As I wriggled out of the ill-fitting seat, sweat pouring down my forehead and arms sore after an energy-sapping 30 tours of the small karting track in Kharadi, two things struck me – even at the grass-root karting level, fitness is something you simply can’t ignore and you need tremendous amounts of concentration to last anything more than five laps in even the most basic karts.
But let’s start at the beginning. Six-time karting champion Rayomand Banajee’s team, Rayo Racing, has, since 2006, been grooming young and promising talent in India. His training camps are revered across the country and the talent he has propelled into the top leagues includes Ameya Bafna, the current national karting champion. So, obviously, we jumped at the opportunity to cover and participate in one of Rayo Racing’s training camps.
Getting to grips
I’d be lying if I said I had come prepared for this event. The potent combination of the severe heat, a tight and twisty track and the stinging calidity of the kart’s engine – placed barely a few inches away from where you’re sat – seeping through the thin seat isn’t something I was expecting. But, as we got on with our initial five-lap familiarisation drive, it quickly became apparent that the participants weren’t here to just muck around. There was a line-up of enthusiasm represented by an age group that ranged from five-year-olds to 25-year-olds. The course we had enlisted in was the basic programme; one that would help us get to grips with the foundations of driving a kart. Everything from the correct seating position, the 10-to-two hands-to-steering position and even the absolute necessity to remain hydrated during such an event was covered by Rayomand.
The first test was a slalom course laid out on the start-finish straight with the help of karting tyres. How hard can it be, right? So I jumped in, strapped my helmet on, and went straight for it. As I weaved past each tyre, hard on the accelerator, I had a smug smile on my face as it dawned on me that this was as easy as I thought it would be (in hindsight, rather prematurely I must admit). My jubilation, however, came to an abrupt end as I looked back on my progress. I had misjudged the width of the kart and three of the seven tyres lay strewn across the track, almost as if they were taunting my incompetence. Test one failed, then.
Next was a braking test. A set of tyres were placed in the form of a box, with only the bottom end kept open, into which we were supposed to come to a screeching halt after building up enough speed along the straight. Mindful of my recent failure, I approached this test a touch more cautiously. By now, I was sweating profusely and concentration levels were low as the temperature kept rising. Keen to do a good job though, I pushed on and managed a semi-decent parking into the slot.
However, further adding insult to injury was the fact that I was one of the worst of the lot at this task. Participants more than 10 years younger were much better off than I was. The lunch break was a welcome respite as I got to cool down and discuss what I was doing wrong with Rayomand.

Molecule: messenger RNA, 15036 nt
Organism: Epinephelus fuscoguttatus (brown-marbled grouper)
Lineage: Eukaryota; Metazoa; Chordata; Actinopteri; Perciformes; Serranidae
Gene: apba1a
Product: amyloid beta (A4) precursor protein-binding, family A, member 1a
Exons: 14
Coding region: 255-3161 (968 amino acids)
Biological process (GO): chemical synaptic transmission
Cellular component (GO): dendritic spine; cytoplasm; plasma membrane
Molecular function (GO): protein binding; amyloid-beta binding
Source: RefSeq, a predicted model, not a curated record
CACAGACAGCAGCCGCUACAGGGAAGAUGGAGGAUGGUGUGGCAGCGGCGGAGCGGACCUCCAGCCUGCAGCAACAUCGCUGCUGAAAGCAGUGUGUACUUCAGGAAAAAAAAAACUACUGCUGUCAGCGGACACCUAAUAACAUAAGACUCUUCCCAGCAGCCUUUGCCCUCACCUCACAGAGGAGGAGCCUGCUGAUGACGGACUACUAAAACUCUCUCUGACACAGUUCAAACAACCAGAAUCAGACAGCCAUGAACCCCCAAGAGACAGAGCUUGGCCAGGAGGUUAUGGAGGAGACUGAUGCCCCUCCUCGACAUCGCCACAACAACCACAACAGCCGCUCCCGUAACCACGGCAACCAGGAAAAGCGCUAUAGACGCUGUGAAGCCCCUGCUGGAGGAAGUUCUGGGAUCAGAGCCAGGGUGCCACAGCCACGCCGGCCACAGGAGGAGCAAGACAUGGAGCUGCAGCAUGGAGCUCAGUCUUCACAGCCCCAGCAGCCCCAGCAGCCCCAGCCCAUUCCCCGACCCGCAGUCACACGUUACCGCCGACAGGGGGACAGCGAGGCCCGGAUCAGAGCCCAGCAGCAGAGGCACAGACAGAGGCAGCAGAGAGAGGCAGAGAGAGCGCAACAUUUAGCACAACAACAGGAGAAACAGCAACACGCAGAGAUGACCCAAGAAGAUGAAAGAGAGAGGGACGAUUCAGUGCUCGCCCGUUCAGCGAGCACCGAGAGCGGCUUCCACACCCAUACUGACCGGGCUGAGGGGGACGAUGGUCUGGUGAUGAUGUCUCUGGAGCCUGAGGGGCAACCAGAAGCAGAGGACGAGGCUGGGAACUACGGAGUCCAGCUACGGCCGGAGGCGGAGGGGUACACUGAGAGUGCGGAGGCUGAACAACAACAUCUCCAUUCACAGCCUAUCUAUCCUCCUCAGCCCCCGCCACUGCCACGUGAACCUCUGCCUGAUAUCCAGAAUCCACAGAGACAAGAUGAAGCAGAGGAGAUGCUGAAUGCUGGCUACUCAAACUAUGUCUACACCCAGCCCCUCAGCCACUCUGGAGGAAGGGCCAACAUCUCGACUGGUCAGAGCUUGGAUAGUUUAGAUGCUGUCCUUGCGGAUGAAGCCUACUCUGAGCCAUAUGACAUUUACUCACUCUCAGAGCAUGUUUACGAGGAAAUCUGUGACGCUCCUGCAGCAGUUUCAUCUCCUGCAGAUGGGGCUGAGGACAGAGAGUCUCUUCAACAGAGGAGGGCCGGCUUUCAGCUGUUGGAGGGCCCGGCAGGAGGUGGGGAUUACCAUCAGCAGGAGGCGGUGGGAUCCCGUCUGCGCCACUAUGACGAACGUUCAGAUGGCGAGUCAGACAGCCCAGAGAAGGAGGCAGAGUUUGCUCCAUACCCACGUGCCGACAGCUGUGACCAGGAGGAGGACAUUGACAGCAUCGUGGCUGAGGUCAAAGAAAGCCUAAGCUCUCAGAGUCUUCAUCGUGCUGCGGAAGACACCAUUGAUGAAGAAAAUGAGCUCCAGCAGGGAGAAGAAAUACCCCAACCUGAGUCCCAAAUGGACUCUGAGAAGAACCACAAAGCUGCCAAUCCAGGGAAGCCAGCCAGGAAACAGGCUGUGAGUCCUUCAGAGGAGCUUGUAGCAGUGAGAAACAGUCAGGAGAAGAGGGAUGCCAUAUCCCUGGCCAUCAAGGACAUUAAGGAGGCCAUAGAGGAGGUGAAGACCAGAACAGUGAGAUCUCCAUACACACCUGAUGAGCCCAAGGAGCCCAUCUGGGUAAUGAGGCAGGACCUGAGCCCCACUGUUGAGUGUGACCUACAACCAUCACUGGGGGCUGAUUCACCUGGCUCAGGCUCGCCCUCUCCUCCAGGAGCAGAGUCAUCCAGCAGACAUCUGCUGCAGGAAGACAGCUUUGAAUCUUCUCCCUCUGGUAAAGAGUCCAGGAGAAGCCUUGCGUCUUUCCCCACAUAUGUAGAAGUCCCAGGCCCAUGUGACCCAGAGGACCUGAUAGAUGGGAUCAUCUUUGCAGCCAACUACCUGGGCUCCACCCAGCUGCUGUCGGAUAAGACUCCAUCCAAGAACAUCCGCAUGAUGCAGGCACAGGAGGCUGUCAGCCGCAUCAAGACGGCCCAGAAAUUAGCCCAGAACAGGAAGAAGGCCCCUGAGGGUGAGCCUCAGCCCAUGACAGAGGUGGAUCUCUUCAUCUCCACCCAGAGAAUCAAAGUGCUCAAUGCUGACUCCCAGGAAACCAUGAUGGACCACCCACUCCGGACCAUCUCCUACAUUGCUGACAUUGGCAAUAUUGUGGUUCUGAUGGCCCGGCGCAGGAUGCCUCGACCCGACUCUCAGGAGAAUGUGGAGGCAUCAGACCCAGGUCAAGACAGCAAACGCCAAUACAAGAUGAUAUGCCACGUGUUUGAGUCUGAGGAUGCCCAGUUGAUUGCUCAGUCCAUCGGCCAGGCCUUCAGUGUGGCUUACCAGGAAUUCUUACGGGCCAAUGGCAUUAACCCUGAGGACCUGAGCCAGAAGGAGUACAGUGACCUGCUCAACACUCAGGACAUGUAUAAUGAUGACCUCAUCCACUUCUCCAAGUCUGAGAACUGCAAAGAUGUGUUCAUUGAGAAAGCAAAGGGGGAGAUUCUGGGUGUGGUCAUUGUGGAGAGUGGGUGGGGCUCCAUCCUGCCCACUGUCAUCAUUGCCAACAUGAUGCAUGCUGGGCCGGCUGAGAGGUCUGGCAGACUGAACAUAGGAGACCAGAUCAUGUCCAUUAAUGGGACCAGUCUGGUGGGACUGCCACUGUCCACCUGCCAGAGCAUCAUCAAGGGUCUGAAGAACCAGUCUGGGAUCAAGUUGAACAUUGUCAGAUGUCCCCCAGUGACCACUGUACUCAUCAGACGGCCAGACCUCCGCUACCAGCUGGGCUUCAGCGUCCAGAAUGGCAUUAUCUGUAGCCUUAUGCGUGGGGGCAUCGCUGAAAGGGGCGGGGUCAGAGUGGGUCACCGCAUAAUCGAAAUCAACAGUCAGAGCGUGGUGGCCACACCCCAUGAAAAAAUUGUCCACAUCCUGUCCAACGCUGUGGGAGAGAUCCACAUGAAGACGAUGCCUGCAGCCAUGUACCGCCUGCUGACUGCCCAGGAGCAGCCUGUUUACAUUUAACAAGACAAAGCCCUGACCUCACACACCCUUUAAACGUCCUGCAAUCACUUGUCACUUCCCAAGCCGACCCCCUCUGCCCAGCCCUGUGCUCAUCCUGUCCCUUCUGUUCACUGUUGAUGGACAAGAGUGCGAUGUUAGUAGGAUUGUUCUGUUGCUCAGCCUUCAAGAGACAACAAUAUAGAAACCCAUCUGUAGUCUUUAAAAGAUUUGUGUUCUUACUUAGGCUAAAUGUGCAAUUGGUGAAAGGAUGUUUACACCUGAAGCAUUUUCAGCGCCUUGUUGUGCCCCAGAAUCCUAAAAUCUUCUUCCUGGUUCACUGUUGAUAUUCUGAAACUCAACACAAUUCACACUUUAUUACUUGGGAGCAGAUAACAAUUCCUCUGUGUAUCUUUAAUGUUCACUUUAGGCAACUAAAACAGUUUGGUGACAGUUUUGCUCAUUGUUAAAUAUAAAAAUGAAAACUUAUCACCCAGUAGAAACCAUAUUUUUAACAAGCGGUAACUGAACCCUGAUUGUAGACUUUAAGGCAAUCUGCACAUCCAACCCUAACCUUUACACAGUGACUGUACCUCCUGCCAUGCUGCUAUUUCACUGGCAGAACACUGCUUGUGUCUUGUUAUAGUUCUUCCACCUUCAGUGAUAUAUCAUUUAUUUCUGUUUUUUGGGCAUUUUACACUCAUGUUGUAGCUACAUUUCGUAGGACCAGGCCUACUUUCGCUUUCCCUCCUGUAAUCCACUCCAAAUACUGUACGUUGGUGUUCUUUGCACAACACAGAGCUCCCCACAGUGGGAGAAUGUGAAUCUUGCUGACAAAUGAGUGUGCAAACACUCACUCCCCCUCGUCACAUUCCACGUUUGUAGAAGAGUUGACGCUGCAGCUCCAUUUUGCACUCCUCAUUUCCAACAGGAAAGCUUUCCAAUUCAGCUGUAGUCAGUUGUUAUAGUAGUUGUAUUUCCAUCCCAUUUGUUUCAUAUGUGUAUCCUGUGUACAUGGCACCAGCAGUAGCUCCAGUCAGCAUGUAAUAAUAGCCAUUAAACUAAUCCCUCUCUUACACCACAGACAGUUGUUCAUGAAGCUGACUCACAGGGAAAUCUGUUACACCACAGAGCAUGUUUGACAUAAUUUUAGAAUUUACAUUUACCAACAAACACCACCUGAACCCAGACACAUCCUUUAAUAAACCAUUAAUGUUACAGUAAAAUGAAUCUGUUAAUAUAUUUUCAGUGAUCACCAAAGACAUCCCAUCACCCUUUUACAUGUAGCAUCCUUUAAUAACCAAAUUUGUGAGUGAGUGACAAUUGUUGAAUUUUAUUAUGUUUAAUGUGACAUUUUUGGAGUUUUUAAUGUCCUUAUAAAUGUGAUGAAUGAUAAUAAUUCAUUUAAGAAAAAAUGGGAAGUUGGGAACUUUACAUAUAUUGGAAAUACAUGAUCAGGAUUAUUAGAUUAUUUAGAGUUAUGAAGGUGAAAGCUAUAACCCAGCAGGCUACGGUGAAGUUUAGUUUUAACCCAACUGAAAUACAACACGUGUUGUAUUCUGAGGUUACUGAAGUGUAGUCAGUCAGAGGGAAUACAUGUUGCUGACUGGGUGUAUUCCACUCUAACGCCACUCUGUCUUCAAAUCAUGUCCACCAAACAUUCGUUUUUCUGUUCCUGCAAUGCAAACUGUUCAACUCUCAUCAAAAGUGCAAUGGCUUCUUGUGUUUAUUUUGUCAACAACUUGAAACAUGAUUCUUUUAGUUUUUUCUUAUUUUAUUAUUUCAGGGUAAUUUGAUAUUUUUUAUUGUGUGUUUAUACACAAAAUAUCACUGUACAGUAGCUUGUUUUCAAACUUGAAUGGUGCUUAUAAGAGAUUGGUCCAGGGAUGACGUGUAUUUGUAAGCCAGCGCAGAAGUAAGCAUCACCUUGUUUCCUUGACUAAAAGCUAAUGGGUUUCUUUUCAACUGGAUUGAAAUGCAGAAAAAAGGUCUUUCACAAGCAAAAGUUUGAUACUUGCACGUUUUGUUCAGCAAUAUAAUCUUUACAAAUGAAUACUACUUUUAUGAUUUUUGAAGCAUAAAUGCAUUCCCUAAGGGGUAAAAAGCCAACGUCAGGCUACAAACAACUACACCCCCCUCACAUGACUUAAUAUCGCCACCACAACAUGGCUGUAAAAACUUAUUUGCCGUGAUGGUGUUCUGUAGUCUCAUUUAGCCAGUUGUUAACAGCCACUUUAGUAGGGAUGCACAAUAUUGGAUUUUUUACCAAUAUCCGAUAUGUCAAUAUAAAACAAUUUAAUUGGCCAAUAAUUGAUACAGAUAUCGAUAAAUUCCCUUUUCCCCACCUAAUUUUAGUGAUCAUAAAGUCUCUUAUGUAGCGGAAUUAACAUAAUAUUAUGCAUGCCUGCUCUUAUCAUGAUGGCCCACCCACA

“One of the biggest mistakes people make when they come here is that they try to show off. This is not a programme to prove your skills, it’s to develop them. Ease into the kart, get a feel for how much grip and power it has, put the power down gradually and learn your limits,” Rayomand advised.
With lunch out of the way, Rayomand got to the topic of the ‘racing line’. Simply put, this ‘line’ is the fastest way around a circuit. With the help of strategically-placed cones at all the apexes (the mid-point of a corner where a car reaches the inner-most point of that particular turn) around the track, we were trained to take the fastest way through a corner to set the fastest lap time. This required serious discipline, and by this point, the seat was scalding hot thanks to the heat emanated by the perilously-close engine. Again, this was causing me to wriggle uncomfortably in the seat as I drove past the cones, dropping quite a few of them on the way. The only redeeming factor being that with each successive lap, my lines improved and, subsequently, so did my lap times.
After the hectic first day, Rayomand promised us that the second day would be “centered more around fun”. On the assumption that we had learned our lessons from the previous day well enough, he said that we’d have to string close to 40 laps without a break. This was quite a task for the novices, not so much for the ones who did this day in and day out. Oh, and all our laps would be recorded this time around to see who was fastest over the day. Gulp.
Armed with the pointers I had received the previous day, I set out and hammered in the laps. There was the expected drop-off in concentration as the heat refused to quit and the engine refused to move further away from my seat. Nonetheless, I pushed on and made the most of it. It took quite some practice but the previous day’s brake tests, slalom practice and racing line tactics all played their part in making me a better driver.
It was blatantly evident to even the untrained eye to see that my lines were neater, my mistakes curtailed, and my focus just that little bit sharper, as I wasted less energy by driving with technique rather than with the accuracy of a toddler’s first steps.
What did I learn, then? Technique is important, as is fitness. And while these may be just bottom-rung, four-stroke, 6.8bhp karts, there’s no doubting the value a trained instructor like Rayomand Banajee brings to the table. Now, if only they could do something about those damned ill-fitting seats.